May 19, 2009

studio sprite

Aiki, the first of the studio sprites to make itself known; is a DoubtEater, whose unconditional loving gaze embodies the joyful Creative Spirit, and dispels all doubt in the face of the Void of the blank canvas.  

It's said that you can whisper into its ears an offering of your deepest held creative fears, doubts, self-criticisms, etc... and that you'll always be met with a wonderous, unwavering and loving gaze radiating compassion for your fears, and sparkling with a glimmer that flows from the Creative Spirit.  With the gentle giggling-like sounds of the rustling and fluttering of its shimmering irridescent plumes, Aiki takes the  sounds of your doubts in one ear and joyfully shakes them out the other, as if nothing, no more weighty than the last few drops of a warm summer rain.   Aiki playfully flits, nudges, and nestles the spaces around your head, heart and hands, reassuring you with an offering of the gift of an ever new moment within which you too can embody the Creative Spirit.....

Aiki spirit: unconditional unlimited, copyright free!
Image:  copyright 2009 b. scott shaevel | studio712; This work is licensed under a Creative Commons License.   

May 18, 2009

copyright 2009 b. scott shaevel | studio712. 

Quick sketch exercises in pen and ink practicing skin tones and applying oil pastel with solvent washes.

May 17, 2009

Reflections: Journey of the Mind in Space (or the artists quantum quandary...where to paint that first rock?.....)

A creative and spiritual friend, remarked in response to seeing the top sketch in the previous post below that it reminded her of a Japanese zen garden. She explained..."look at the structure and colors from the Japanese garden in Portland and look at your top sketch. They speak the same language. The garden - it's just amazing and one of the most tranquil places to be in the city.

I'll forever be grateful for that comment.

Her words resonated deeply and clearly expressed a connection between studio efforts to explore the application of various mediums into
expressive visual form and an intuitive pre-verbal "story" behind it. Associations rippled and memories fired illuminating and connecting paths I'd searched in past contexts like martial arts kata competition and Aikido's "Dynamic Sphere" as an intuitive clairscentient practice. These were physical exercises in the effort to integrate mind and body, and develop an awareness and appreciation of "flow" while pursuing opportunities to embody it in the moment. The suggested context of the Japanese zen garden in response to the abstract sketch below connected this powerful pathway to the studio practice. Not with a resounding "click", though the fly on the wall may have jumped into flight just the same, but with a "vibrating flowing buzzing joyful silence" - in this light, the practice of contemplating, composing, and integrating line, form, structure and colors that speak "the same language" as the Japanese zen garden, becomes the joyful study and pursuit of opportunities to embody in the moment, the patterns of flow.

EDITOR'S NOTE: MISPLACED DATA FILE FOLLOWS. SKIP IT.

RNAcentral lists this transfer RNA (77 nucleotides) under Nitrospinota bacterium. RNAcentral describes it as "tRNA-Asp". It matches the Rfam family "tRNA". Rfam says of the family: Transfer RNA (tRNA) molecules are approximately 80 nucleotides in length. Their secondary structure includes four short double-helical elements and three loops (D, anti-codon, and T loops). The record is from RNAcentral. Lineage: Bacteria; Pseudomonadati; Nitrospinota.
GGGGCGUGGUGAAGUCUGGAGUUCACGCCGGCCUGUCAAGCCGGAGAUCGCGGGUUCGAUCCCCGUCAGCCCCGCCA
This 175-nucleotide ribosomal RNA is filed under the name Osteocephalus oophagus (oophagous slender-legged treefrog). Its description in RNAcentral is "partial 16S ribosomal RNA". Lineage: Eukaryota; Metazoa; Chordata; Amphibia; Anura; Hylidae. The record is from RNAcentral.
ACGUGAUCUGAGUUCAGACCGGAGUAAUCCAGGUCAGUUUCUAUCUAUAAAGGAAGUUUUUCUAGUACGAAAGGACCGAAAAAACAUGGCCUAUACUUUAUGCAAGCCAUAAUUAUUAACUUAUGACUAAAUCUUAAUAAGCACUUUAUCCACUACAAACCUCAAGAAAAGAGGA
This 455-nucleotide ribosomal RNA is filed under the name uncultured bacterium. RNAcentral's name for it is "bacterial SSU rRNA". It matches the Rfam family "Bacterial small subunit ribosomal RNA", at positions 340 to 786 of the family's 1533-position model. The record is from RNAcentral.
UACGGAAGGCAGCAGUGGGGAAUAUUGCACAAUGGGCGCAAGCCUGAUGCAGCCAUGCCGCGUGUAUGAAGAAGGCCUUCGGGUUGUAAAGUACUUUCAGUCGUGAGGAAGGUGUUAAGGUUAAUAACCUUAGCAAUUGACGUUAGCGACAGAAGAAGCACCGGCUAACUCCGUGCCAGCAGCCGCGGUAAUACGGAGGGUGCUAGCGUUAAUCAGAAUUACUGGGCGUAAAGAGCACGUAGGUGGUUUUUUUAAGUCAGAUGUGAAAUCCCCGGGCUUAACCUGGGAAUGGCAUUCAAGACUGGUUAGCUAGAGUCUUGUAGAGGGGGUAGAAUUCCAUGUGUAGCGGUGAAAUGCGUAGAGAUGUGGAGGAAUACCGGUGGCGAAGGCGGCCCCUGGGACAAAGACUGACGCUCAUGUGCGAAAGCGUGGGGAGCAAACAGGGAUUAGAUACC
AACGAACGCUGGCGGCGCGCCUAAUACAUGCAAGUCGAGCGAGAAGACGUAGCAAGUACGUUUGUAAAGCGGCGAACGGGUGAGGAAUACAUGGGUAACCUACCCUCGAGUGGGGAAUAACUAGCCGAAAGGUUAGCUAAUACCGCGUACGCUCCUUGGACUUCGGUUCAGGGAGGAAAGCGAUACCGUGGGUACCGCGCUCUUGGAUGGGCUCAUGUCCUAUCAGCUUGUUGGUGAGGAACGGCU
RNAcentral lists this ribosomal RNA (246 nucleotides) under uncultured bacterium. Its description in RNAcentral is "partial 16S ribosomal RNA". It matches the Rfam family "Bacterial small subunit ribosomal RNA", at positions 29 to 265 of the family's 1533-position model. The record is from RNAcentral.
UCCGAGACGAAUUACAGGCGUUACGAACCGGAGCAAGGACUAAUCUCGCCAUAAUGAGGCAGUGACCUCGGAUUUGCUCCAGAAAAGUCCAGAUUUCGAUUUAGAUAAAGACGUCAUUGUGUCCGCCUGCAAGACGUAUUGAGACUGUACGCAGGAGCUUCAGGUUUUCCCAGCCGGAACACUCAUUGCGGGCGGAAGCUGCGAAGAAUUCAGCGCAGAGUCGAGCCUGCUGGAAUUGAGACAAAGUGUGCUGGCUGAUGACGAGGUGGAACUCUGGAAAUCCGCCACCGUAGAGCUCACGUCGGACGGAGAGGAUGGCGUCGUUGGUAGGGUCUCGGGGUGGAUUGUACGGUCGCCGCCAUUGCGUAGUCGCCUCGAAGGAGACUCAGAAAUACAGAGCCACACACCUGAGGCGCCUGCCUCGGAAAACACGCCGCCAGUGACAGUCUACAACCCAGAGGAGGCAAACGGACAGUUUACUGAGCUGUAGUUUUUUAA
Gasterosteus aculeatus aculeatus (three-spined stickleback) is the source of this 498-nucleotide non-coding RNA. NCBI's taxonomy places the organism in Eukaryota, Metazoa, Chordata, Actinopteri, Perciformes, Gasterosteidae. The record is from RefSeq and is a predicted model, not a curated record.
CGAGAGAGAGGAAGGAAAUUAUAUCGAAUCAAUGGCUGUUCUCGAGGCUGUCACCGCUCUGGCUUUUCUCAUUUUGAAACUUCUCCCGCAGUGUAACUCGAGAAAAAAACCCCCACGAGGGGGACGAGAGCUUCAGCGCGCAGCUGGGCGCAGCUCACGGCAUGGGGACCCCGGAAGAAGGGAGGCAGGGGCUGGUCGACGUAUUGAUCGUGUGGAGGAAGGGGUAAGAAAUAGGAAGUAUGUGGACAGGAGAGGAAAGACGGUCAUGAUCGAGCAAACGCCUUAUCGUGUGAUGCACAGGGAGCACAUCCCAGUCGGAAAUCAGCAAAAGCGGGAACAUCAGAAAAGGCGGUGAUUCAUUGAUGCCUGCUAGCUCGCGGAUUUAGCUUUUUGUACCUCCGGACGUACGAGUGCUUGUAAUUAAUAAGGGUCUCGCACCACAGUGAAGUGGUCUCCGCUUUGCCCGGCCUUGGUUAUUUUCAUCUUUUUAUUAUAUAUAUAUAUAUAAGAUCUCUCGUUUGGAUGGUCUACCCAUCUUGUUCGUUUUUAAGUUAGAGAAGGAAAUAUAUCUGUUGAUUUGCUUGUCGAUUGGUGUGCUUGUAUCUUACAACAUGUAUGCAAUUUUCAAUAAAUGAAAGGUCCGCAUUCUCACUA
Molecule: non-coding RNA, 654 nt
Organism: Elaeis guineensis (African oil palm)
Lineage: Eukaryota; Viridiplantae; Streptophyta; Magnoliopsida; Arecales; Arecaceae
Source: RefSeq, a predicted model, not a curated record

excerpt - Alan Watts | The Watercourse Way

The Tao is a certain kind of order, and this kind of order is not quite what we call order when we arrange everything geometrically in boxes, or in rows. That is a very crude kind of order, but when you look at a plant it is perfectly obvious that the plant has order. We recognize at once that is not a mess, but it is not symmetrical and it is not geometrical looking. The plant looks like a Chinese drawing, because they appreciated this kind of non-symmetrical order so much that it became an integral aspect of their painting. In the Chinese language this is called li, and the character for li means the markings in jade. It also means the grain in wood and the fiber in muscle. We could say, too, that clouds have li, marble has li, the human body has li. We all recognize it, and the artist copies it whether he is a landscape painter, a portrait painter, an abstract painter, or a non-objective painter. They all are trying to express the essence of li. The interesting thing is, that although we all know what it is, there is no way of defining it. Because Tao is the course, we can also call li the watercourse, and the patterns of li are also the patterns of flowing water. We see those patterns of flow memorialized, as it were, as sculpture in the grain in wood, which is the flow of sap, in marble, in bones, in muscles. All these things are patterned according to the basic principles of flow. --